An accused may expressly or impliedly waive counsel. This case lies near the boundary between an implied waiver of counsel and an ambiguous request for counsel. Gonzalez's statement that she had tried to obtain counsel but could not do so because of the cost allows the inference that Gonzalez was requesting counsel. The agents, however, subsequently and properly gave Miranda warnings apprising her of her right to appointed counsel. Thereafter, Gonzalez made no request for appointed counsel or the presence of counsel and gave her confession. Any ambiguity in Gonzalez's statement about her inability to retain counsel was resolved by her failure to request counsel or the presence of counsel after receiving the Miranda warning and proceeding with her confession. Gonzalez impliedly waived her right to counsel, and the district court properly admitted her confession. North Carolina v. Butler, 441 U.S. 369, 373, 99 S.Ct. 1755, 1757, 60 L.Ed.2d 286, 292 (1979).



Gonzalez further contends that the district court abused its discretion in failing to grant a new trial based on the prosecutor's improper statements. In her opening statement, the prosecutor told the jurors they were going to see a video tape showing Gonzalez engaged in a transaction with Zamora inside the store. The prosecutor erroneously suggested that the government had other tapes of Gonzalez. The prosecutor said,


Now, you are only going to see Maria Gonzalez on the screen once in a transaction with Peter Zamora. The government has more on tape other times, but for purposes of this case, we will show you one video clip[.]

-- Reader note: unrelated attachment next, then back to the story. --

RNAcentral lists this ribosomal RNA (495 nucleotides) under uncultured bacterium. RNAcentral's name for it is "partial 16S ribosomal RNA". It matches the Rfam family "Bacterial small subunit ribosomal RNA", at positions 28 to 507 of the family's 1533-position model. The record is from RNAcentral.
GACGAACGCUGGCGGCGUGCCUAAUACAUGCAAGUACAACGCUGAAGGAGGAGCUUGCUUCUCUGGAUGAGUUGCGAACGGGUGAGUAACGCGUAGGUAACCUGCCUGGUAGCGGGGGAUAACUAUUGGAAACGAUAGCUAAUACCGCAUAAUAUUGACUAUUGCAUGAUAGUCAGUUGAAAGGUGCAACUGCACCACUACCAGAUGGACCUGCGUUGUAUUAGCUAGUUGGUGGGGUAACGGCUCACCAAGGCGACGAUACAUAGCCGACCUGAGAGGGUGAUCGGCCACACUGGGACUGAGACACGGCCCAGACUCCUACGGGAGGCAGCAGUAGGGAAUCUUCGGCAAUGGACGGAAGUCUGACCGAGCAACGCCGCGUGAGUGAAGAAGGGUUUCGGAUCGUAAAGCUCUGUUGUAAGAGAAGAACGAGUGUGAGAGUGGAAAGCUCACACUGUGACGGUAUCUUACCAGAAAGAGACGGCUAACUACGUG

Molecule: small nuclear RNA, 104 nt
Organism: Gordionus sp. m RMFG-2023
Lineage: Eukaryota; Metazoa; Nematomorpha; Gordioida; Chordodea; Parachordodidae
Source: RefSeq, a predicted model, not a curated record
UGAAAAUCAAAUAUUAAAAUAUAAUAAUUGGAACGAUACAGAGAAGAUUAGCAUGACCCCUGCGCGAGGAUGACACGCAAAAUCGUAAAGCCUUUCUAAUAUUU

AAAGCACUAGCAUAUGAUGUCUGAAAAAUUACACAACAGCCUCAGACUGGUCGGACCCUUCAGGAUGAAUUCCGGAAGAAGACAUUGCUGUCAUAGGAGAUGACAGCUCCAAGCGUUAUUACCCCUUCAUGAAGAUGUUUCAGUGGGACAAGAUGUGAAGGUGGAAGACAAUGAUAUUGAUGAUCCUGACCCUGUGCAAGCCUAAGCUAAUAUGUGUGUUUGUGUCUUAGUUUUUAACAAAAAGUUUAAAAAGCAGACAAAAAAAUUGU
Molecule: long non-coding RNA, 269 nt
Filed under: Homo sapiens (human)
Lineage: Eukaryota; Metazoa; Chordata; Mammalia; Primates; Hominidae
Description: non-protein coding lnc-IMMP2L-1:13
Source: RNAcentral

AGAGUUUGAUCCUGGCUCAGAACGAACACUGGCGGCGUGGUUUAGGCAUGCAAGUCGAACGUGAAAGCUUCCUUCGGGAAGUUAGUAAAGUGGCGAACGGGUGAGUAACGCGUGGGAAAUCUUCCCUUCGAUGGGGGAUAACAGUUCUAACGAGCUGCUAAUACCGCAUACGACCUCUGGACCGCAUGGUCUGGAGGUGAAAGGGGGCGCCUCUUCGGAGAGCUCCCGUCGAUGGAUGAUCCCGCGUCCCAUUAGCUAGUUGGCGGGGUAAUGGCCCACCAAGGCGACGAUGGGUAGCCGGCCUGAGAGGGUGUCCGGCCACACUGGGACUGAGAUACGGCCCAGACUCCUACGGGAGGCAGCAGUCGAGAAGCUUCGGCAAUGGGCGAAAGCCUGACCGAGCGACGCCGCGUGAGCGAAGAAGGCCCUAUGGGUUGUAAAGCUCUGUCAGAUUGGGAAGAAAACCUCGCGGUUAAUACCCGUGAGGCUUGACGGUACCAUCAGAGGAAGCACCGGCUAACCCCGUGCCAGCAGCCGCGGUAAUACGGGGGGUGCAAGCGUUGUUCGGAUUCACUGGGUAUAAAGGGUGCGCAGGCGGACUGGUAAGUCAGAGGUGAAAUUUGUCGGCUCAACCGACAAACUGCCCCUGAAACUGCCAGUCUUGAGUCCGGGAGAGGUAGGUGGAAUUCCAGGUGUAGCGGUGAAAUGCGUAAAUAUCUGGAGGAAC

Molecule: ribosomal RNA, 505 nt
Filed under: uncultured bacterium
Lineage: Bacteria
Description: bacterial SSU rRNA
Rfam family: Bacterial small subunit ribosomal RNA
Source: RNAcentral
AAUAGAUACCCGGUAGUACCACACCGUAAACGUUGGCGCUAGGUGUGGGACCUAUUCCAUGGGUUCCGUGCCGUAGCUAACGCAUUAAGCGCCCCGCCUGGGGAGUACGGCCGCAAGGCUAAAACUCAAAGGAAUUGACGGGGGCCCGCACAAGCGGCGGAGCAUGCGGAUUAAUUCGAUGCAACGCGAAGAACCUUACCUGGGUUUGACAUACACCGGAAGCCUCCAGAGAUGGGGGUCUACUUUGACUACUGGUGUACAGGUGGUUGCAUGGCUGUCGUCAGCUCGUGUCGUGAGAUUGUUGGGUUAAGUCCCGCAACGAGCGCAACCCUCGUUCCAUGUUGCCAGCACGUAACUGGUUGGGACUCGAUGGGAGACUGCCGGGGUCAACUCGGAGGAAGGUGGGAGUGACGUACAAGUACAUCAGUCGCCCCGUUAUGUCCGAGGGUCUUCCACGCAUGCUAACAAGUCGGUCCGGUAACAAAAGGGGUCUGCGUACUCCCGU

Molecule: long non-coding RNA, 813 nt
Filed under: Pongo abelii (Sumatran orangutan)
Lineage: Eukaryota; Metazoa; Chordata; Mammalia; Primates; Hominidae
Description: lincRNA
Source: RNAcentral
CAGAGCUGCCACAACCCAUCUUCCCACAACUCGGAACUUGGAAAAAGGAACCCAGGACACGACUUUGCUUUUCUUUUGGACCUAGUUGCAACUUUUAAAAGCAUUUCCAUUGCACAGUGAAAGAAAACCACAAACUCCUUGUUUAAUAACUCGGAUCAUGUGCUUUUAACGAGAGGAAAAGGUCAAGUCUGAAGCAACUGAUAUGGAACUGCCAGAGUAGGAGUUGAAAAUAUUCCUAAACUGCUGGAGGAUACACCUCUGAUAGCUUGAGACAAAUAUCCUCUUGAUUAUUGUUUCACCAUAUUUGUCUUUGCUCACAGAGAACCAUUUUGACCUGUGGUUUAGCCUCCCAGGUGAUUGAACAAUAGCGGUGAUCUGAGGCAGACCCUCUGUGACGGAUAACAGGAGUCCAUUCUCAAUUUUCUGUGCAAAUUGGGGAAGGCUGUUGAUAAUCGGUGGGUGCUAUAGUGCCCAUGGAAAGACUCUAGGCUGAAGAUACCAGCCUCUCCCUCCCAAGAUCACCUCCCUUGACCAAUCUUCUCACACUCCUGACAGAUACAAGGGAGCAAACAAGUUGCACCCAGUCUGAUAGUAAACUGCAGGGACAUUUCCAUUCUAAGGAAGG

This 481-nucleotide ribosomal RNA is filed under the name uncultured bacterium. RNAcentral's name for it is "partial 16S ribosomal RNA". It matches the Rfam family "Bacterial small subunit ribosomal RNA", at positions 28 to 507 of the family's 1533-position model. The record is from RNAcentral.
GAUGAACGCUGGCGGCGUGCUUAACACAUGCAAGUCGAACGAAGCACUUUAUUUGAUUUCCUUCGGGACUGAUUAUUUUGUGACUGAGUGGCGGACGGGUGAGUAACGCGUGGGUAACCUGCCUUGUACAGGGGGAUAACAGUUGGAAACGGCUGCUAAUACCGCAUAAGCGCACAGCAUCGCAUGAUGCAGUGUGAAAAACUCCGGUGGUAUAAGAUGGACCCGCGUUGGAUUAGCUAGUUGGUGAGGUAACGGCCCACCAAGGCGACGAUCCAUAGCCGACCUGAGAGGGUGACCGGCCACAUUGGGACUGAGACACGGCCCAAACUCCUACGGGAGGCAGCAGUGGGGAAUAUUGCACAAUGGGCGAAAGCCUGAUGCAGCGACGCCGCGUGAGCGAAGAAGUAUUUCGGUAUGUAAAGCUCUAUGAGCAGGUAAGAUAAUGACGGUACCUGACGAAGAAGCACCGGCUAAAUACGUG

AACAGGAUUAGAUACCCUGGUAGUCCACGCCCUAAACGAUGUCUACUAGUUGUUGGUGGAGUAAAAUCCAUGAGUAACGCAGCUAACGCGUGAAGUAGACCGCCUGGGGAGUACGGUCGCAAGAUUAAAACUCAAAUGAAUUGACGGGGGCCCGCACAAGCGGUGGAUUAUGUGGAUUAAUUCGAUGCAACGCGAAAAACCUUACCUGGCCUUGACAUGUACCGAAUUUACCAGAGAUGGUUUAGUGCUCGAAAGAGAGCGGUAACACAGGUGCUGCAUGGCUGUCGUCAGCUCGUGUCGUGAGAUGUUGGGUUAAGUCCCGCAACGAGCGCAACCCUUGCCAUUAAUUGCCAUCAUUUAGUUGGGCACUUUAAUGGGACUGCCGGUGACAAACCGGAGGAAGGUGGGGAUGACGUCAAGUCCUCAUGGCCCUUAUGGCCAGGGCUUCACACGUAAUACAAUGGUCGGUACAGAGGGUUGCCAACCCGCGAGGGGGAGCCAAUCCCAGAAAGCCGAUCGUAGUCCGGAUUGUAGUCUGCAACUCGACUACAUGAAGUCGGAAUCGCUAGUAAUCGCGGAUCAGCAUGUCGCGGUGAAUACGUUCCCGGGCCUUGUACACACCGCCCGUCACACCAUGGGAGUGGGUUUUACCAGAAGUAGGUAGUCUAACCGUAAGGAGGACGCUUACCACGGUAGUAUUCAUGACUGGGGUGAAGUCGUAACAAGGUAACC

Prosecutorial misconduct exists where the remarks are improper and where they prejudicially affect the substantial rights of the defendant. United States v. Lacayo, 758 F.2d 1559, 1565 (11th Cir.), cert. denied, 474 U.S. 1019, 106 S.Ct. 568, 88 L.Ed.2d 553 (1985). The prosecutor's remark did not prejudice Gonzalez. During closing argument, counsel for Gonzalez told the jury that only one video tape of Gonzalez was made. The evidence at trial also included testimony of a coconspirator as to Gonzalez's participation in the fraudulent credit card scheme. Law enforcement agents who had observed Gonzalez engaging in fraudulent transactions also testified. Moreover, Gonzalez confessed to her involvement. Given the overwhelming evidence against Gonzalez, her substantial rights were not prejudiced by the brief and vague remark of the prosecutor. United States v. Zielie, 734 F.2d 1447, 1460 (11th Cir.1984), cert. denied, 469 U.S. 1189, 469 U.S. 1216, 105 S.Ct. 957, 105 S.Ct. 1192, 83 L.Ed.2d 964, 84 L.Ed.2d 338 (1985).



Gonzalez also contends that the prosecutor and the trial judge commented on her silence at trial. After Zamora presented his case, the other two defendants, including Gonzalez, rested without presenting evidence. The following exchange took place:


THE COURT: The defense rests. Rebuttal for the Government. Will there be some?


[PROSECUTOR]: This is the fastest anything has happened, judge.


[DEFENSE COUNSEL]: Objection, Your Honor.


[MS. STAPLETON]: No rebuttal.


THE COURT: No rebuttal. The objection to the comment is sustained.


(Emphasis added.)


A prosecutorial remark is improper if the prosecutor's manifest intent is to comment on the defendant's failure to testify, or if the jury's natural and necessary construction of the comment would be that the defendant has failed to testify. See United States v. Dorsey, 819 F.2d 1055, 1061 (11th Cir.1987); United States v. Watkins, 811 F.2d 1408 (11th Cir.1987). In this case, the thrust of the prosecutor's remark was that the rest of the trial had gone slowly and that the end of trial was approaching. Any secondary inference as to the defendant's silence was cured by the judge's cautionary instruction reminding the jury that the defense did not have the burden of proof, and that the jurors were to draw no inference from the fact that some of the defendants did not testify. United States v. Cole, 755 F.2d 748, 769 (11th Cir.1985).